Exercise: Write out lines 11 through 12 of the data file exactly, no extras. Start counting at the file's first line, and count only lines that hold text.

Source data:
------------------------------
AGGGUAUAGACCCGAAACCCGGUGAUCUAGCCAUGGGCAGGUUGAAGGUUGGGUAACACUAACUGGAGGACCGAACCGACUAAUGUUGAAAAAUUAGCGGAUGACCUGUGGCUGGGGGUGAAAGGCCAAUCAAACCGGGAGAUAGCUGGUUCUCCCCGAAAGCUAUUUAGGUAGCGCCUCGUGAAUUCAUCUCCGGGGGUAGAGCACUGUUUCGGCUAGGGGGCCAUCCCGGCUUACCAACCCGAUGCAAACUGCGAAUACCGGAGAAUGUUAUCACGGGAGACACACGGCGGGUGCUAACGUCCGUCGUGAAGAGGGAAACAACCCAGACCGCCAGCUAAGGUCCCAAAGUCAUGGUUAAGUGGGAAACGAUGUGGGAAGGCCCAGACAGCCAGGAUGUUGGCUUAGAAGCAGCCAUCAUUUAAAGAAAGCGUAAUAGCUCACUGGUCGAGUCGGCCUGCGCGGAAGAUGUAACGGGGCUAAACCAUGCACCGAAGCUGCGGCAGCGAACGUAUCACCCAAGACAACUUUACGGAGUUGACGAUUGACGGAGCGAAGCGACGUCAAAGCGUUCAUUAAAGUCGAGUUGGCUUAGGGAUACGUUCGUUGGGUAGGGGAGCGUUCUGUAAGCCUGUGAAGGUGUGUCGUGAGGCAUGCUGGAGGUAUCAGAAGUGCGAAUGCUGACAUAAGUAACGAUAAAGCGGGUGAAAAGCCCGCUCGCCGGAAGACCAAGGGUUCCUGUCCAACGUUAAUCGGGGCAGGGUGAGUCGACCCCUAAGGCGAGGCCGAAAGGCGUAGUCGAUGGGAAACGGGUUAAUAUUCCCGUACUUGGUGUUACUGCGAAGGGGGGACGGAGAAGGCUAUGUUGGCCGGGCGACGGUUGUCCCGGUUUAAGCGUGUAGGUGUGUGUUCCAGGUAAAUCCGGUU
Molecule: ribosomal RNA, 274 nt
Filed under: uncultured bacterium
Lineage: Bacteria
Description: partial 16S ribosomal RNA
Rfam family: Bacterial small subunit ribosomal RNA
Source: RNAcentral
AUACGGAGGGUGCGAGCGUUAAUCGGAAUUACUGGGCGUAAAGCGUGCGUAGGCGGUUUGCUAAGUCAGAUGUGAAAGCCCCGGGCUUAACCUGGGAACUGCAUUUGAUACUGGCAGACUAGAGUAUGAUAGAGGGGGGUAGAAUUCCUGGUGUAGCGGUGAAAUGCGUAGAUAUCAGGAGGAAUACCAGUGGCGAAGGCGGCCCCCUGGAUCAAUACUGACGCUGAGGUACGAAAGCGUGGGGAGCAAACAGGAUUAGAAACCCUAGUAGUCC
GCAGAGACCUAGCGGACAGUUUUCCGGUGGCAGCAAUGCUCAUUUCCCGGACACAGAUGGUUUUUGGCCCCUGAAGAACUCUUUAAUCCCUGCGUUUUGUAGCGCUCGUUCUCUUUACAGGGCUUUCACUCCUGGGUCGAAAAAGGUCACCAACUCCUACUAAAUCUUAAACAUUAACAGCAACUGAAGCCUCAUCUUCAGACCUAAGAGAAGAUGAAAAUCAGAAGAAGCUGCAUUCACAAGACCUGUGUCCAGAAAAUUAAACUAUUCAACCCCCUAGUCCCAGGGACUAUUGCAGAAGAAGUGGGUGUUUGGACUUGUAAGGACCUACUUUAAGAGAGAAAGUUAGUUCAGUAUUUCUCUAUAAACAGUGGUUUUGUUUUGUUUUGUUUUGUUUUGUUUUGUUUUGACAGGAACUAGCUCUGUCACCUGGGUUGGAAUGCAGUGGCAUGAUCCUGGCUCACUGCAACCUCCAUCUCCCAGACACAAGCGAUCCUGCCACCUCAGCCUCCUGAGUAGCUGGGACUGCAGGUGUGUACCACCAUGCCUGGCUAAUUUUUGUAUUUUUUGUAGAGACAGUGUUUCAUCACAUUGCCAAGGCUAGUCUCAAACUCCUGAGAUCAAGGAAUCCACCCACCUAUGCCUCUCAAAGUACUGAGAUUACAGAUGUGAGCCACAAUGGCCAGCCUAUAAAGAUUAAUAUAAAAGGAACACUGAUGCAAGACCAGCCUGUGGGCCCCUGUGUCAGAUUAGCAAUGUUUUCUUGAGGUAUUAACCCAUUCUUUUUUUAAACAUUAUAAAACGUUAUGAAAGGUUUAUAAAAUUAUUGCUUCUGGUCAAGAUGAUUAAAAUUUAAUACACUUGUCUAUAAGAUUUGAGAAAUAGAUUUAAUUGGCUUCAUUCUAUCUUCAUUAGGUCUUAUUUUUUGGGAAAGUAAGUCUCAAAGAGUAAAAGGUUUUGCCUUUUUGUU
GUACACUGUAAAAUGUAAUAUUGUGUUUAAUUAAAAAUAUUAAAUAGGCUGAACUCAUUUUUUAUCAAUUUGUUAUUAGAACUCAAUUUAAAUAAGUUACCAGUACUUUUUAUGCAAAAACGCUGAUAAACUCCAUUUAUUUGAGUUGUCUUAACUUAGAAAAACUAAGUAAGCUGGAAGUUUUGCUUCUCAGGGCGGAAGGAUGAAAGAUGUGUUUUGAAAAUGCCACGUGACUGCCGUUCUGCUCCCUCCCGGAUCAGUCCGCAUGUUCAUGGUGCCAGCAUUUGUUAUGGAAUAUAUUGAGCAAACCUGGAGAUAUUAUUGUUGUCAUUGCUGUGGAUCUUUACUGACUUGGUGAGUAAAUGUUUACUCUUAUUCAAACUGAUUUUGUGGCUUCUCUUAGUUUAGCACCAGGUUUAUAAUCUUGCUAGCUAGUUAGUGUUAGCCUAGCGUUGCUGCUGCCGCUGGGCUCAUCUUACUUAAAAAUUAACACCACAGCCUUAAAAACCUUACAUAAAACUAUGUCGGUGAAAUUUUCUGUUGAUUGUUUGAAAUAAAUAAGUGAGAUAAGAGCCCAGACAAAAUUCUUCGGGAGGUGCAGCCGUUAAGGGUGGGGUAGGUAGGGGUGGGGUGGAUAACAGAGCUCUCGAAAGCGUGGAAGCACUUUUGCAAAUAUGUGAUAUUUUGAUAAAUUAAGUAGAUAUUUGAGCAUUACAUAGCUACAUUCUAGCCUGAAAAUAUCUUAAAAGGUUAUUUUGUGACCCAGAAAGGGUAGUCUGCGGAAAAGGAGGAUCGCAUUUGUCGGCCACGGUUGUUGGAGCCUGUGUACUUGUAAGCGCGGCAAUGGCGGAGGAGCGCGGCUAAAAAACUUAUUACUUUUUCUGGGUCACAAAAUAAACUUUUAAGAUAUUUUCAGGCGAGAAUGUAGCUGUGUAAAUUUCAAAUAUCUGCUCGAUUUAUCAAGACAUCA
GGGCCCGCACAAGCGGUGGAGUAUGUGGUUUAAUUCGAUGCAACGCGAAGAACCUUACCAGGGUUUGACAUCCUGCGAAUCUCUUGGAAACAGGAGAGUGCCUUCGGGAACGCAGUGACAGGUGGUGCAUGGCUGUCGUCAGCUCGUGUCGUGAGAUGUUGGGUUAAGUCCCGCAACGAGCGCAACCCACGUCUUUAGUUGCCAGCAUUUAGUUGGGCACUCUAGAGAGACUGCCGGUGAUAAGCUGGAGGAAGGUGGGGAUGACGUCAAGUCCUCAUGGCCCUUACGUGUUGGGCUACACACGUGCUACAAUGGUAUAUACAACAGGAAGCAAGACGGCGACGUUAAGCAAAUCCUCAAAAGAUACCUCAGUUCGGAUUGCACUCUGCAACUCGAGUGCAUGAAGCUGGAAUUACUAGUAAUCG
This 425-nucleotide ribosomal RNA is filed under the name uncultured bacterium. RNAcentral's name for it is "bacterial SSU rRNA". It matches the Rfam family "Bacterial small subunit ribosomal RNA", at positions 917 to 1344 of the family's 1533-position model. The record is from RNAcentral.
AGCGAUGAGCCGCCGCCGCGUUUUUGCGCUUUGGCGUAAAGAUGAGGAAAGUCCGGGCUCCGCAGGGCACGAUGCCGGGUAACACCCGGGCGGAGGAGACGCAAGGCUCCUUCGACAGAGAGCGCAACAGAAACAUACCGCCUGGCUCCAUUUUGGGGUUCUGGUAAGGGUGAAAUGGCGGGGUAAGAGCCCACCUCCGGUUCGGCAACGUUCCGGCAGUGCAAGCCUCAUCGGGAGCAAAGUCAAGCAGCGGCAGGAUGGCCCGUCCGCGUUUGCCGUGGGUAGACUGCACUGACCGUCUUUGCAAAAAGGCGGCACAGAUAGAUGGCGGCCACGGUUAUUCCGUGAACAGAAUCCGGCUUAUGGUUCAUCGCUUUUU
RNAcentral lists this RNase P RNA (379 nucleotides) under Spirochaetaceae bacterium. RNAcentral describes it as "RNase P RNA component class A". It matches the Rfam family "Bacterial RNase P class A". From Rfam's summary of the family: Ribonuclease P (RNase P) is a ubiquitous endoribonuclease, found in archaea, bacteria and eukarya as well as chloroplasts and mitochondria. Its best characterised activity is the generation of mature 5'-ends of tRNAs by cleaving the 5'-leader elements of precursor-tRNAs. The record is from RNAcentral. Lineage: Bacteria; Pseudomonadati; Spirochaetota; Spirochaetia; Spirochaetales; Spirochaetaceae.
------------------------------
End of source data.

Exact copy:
GGGCCCGCACAAGCGGUGGAGUAUGUGGUUUAAUUCGAUGCAACGCGAAGAACCUUACCAGGGUUUGACAUCCUGCGAAUCUCUUGGAAACAGGAGAGUGCCUUCGGGAACGCAGUGACAGGUGGUGCAUGGCUGUCGUCAGCUCGUGUCGUGAGAUGUUGGGUUAAGUCCCGCAACGAGCGCAACCCACGUCUUUAGUUGCCAGCAUUUAGUUGGGCACUCUAGAGAGACUGCCGGUGAUAAGCUGGAGGAAGGUGGGGAUGACGUCAAGUCCUCAUGGCCCUUACGUGUUGGGCUACACACGUGCUACAAUGGUAUAUACAACAGGAAGCAAGACGGCGACGUUAAGCAAAUCCUCAAAAGAUACCUCAGUUCGGAUUGCACUCUGCAACUCGAGUGCAUGAAGCUGGAAUUACUAGUAAUCG
This 425-nucleotide ribosomal RNA is filed under the name uncultured bacterium. RNAcentral's name for it is "bacterial SSU rRNA". It matches the Rfam family "Bacterial small subunit ribosomal RNA", at positions 917 to 1344 of the family's 1533-position model. The record is from RNAcentral.